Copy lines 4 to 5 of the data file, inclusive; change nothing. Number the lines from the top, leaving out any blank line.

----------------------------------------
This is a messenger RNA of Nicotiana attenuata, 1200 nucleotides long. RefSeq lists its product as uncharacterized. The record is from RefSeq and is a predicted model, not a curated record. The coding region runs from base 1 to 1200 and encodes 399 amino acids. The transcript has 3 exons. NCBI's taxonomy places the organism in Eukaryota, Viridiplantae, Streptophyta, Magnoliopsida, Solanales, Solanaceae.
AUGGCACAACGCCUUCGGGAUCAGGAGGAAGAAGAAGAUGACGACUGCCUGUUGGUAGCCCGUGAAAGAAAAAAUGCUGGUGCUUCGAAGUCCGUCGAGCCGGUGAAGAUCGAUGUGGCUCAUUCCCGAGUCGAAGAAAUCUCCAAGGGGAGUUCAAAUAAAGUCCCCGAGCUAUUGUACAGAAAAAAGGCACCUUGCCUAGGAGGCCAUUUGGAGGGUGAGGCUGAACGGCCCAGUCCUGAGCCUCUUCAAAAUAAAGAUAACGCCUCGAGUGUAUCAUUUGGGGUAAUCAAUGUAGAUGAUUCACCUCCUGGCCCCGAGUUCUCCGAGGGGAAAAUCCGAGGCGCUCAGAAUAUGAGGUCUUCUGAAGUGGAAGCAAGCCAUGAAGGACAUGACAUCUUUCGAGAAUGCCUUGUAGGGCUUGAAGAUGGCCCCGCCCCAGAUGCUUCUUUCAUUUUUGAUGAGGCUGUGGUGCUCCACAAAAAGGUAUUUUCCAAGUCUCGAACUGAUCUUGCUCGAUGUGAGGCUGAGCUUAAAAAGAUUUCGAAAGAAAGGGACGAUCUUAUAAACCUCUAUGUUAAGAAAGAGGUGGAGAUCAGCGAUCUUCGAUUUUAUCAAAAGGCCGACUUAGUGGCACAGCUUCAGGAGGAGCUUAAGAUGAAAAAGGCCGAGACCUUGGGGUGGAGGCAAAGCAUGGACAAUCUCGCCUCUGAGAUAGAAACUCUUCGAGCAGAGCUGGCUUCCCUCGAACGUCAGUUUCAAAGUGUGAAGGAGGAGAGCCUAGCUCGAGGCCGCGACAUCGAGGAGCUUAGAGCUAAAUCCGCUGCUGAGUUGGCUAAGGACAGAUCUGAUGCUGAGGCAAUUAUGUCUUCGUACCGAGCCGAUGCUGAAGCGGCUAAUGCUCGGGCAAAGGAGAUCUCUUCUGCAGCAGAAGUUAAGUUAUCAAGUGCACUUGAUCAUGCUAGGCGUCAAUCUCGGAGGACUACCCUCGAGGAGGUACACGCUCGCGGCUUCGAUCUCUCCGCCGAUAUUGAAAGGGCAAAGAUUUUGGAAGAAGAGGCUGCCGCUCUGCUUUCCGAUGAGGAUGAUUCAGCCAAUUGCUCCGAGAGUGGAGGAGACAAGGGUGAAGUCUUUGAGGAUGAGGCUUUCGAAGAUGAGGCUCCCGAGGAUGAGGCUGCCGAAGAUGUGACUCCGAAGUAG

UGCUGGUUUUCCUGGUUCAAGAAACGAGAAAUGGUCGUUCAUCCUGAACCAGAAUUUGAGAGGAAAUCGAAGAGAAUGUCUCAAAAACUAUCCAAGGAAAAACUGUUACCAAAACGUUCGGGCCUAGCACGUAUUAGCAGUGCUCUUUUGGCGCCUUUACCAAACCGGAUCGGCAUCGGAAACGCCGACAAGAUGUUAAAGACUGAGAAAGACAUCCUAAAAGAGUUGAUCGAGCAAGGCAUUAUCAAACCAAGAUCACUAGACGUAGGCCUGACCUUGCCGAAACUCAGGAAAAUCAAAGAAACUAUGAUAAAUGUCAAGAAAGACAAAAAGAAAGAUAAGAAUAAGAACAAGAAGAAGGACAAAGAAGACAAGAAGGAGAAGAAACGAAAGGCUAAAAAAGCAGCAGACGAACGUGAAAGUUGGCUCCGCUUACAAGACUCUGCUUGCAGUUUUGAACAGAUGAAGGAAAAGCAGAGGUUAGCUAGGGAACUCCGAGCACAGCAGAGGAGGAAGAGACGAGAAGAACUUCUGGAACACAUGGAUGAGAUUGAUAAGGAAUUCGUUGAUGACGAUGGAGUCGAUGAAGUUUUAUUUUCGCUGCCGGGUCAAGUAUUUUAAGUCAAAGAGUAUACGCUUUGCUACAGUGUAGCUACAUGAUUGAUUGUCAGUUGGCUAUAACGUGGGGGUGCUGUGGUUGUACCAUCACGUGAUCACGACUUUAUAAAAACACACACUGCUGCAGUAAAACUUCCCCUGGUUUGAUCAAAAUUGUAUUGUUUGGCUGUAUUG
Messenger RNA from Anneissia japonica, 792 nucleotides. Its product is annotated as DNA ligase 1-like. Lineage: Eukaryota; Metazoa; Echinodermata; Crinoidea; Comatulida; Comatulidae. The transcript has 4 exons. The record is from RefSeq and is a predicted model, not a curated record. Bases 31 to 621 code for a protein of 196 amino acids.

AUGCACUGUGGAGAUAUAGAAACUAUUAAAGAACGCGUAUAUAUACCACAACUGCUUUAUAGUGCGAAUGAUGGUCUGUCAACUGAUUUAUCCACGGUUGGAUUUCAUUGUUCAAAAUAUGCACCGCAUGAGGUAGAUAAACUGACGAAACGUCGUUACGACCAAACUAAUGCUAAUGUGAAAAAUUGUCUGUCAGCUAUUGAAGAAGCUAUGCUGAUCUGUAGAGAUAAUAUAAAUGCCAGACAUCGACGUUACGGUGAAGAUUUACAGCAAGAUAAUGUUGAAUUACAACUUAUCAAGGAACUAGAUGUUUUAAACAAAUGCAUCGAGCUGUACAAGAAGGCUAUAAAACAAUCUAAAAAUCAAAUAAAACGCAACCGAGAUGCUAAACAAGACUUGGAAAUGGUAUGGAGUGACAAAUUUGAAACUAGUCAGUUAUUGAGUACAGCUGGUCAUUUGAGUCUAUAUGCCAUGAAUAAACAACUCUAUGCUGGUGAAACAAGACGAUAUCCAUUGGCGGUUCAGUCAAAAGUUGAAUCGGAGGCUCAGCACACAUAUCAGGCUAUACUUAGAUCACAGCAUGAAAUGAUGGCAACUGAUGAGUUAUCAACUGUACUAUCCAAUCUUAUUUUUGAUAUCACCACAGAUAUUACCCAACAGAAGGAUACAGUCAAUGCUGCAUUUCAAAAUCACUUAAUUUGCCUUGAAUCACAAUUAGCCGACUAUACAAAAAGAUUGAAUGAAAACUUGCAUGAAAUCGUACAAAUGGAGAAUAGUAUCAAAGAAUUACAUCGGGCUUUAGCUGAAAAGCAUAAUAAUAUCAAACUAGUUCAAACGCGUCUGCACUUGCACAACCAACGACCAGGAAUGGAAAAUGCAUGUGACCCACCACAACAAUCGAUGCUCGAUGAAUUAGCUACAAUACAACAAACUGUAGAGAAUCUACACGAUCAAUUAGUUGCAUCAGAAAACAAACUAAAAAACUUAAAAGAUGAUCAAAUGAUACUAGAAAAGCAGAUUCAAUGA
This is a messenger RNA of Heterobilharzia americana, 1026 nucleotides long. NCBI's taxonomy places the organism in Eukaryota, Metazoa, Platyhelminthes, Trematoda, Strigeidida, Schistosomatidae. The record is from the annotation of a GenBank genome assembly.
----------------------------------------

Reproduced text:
Messenger RNA from Anneissia japonica, 792 nucleotides. Its product is annotated as DNA ligase 1-like. Lineage: Eukaryota; Metazoa; Echinodermata; Crinoidea; Comatulida; Comatulidae. The transcript has 4 exons. The record is from RefSeq and is a predicted model, not a curated record. Bases 31 to 621 code for a protein of 196 amino acids.

AUGCACUGUGGAGAUAUAGAAACUAUUAAAGAACGCGUAUAUAUACCACAACUGCUUUAUAGUGCGAAUGAUGGUCUGUCAACUGAUUUAUCCACGGUUGGAUUUCAUUGUUCAAAAUAUGCACCGCAUGAGGUAGAUAAACUGACGAAACGUCGUUACGACCAAACUAAUGCUAAUGUGAAAAAUUGUCUGUCAGCUAUUGAAGAAGCUAUGCUGAUCUGUAGAGAUAAUAUAAAUGCCAGACAUCGACGUUACGGUGAAGAUUUACAGCAAGAUAAUGUUGAAUUACAACUUAUCAAGGAACUAGAUGUUUUAAACAAAUGCAUCGAGCUGUACAAGAAGGCUAUAAAACAAUCUAAAAAUCAAAUAAAACGCAACCGAGAUGCUAAACAAGACUUGGAAAUGGUAUGGAGUGACAAAUUUGAAACUAGUCAGUUAUUGAGUACAGCUGGUCAUUUGAGUCUAUAUGCCAUGAAUAAACAACUCUAUGCUGGUGAAACAAGACGAUAUCCAUUGGCGGUUCAGUCAAAAGUUGAAUCGGAGGCUCAGCACACAUAUCAGGCUAUACUUAGAUCACAGCAUGAAAUGAUGGCAACUGAUGAGUUAUCAACUGUACUAUCCAAUCUUAUUUUUGAUAUCACCACAGAUAUUACCCAACAGAAGGAUACAGUCAAUGCUGCAUUUCAAAAUCACUUAAUUUGCCUUGAAUCACAAUUAGCCGACUAUACAAAAAGAUUGAAUGAAAACUUGCAUGAAAUCGUACAAAUGGAGAAUAGUAUCAAAGAAUUACAUCGGGCUUUAGCUGAAAAGCAUAAUAAUAUCAAACUAGUUCAAACGCGUCUGCACUUGCACAACCAACGACCAGGAAUGGAAAAUGCAUGUGACCCACCACAACAAUCGAUGCUCGAUGAAUUAGCUACAAUACAACAAACUGUAGAGAAUCUACACGAUCAAUUAGUUGCAUCAGAAAACAAACUAAAAAACUUAAAAGAUGAUCAAAUGAUACUAGAAAAGCAGAUUCAAUGA